Franciscan sister leaves legacy in health care, law

By Daniel P. Smith | Contributor
Sunday, February 13, 2011

In the highly commercial, dog-eat-dog world of modern-day law, Franciscan Sister Margaret Modde was as much a breath of fresh air as she was a diligent and accomplished canonical lawyer lending insight and expertise to the advancement of Catholic institutions throughout the United States.

"As a Franciscan sister, she represented the high point of Catholic religious life, living her life with tremendous piety and integrity, while she also served as a competent professional who advanced the needs and mission of the church, specifically in the health care setting," said Father William Grogan, the Cardinal's health care delegate in the archdiocese.

Grogan, a civil attorney who worked pastorally and professionally with Modde for 15 years, offered a memorial Mass in the late Franciscan sister's honor on Feb. 4 at St. Peter's Church, 110 W. Madison St. The 90-year-old Modde passed away in Rochester, Minn., on Dec. 9, 2010.

Entered in 1938

Born Mary Romanus Modde, Modde entered the Sisters of St. Francis Congregation in 1938 and made her profession of vows three years later. Originally a schoolteacher, she joined the business office of Mercy Hospital in Portsmouth, Ohio, in 1953, her first role in the health-care sector that would become so vital to her career and legacy.

In 1977, Modde earned her canon law doctorate from the Catholic University of America. She was one of the nation's first women to receive her JCL and JD degrees from the Washington, D.C.-based university. An active member of the Canon Law Society, Modde made history as the first woman elected to the organization's board of governors in 1979.

From 1989 to 2008, Modde worked with the Health Law Department at Chicago-based McDermott Will & Emery law firm, providing counsel on the complex transactions of various Catholic institutions, including local health care systems such as the Franciscan Sisters of Chicago Service Corp. and Provena Health. A frequent seminar presenter, Modde also authored numerous articles for canonical publications, advancing her reputation as a trusted, reputable, and scholarly source.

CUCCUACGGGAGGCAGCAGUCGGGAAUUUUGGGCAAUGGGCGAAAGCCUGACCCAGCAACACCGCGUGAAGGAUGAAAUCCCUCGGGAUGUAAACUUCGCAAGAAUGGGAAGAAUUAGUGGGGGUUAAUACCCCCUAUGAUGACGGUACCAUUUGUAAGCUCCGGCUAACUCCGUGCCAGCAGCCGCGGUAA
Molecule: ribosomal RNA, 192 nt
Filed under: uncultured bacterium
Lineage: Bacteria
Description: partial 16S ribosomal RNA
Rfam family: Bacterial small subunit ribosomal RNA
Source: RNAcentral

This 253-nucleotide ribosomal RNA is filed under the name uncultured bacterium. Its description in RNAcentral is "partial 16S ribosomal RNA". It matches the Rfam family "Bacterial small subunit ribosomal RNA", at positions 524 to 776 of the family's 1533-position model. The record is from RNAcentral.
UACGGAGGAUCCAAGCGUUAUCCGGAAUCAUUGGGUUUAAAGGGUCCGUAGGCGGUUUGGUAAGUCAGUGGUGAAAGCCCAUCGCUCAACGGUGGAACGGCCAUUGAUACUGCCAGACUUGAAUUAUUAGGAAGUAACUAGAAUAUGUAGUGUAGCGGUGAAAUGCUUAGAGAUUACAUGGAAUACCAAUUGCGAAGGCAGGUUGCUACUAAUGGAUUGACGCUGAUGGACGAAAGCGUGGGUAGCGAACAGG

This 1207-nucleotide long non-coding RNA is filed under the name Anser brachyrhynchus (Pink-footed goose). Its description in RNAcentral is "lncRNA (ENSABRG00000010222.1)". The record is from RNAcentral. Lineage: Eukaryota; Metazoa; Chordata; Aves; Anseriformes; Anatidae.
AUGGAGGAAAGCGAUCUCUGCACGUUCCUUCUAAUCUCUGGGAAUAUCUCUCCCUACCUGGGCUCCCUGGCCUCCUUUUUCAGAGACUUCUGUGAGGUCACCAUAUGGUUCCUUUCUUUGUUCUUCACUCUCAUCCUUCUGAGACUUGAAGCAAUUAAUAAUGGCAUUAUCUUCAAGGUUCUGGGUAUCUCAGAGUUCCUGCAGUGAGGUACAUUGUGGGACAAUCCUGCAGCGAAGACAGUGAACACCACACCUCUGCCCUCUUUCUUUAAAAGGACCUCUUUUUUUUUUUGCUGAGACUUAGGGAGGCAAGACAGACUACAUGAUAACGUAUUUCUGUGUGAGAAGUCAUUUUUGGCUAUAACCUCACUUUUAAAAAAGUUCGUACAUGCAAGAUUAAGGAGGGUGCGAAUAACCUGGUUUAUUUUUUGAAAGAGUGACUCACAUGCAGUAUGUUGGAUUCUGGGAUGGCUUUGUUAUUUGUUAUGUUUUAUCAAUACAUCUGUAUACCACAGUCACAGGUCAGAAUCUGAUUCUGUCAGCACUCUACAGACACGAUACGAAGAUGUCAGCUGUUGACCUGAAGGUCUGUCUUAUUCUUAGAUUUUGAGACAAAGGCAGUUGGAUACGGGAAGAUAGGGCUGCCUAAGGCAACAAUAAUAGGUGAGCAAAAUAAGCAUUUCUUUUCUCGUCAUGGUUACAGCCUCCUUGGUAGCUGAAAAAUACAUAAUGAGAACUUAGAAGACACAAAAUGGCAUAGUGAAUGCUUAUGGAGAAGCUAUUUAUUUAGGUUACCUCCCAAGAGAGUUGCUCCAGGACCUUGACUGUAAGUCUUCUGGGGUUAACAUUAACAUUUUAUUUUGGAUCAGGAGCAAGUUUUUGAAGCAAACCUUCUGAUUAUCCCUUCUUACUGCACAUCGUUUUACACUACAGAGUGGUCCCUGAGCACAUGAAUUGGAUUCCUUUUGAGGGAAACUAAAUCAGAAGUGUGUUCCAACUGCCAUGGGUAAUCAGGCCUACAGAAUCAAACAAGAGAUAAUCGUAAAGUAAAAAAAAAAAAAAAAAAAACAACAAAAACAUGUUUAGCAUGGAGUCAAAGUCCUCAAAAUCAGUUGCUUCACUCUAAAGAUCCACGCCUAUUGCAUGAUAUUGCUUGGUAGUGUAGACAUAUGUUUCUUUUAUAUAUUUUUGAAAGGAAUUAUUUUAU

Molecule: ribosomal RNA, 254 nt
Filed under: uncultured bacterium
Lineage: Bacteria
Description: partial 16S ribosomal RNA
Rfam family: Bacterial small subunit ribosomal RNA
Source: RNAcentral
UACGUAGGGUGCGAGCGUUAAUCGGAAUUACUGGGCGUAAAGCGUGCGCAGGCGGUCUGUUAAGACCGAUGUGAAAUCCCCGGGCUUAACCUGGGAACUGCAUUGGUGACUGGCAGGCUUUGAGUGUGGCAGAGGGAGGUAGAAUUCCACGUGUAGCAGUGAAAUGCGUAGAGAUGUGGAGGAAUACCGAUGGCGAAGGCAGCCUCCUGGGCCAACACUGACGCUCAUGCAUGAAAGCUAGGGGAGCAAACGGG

"[Modde] was even-handed and even-keeled and her forthrightness was presented in a spiritual, firm way," Grogan said.

As a canonical consultant, Modde shared her expertise with health care systems across the nation's Catholic health ministry. Her colleagues, particularly those at McDermott Will & Emery sought her expertise in mergers, business administration and reorganizations of Catholic hospital systems.

"Sister Margaret's canon law experience, coupled with her dedication and creativity to numerous Catholic health care systems and their sponsoring congregations, helped change the Catholic health system environment and our health law group in immeasurable, positive ways," said longtime colleague Kerrin Slattery, a McDermott Will & Emery partner.

According to Grogan, Modde lived a life reaching out to people and living the Gospel. After Communism's fall, Modde ventured to Lithuania to help sisters to re-establish their presence in a region desperately needing their presence. As a collaborator with professional laypeople, she helped faithful professionals activate Catholic life in a secular world.

"She lived a life of integrity … and witnessed effectively on the personal and institutional level," Grogan said.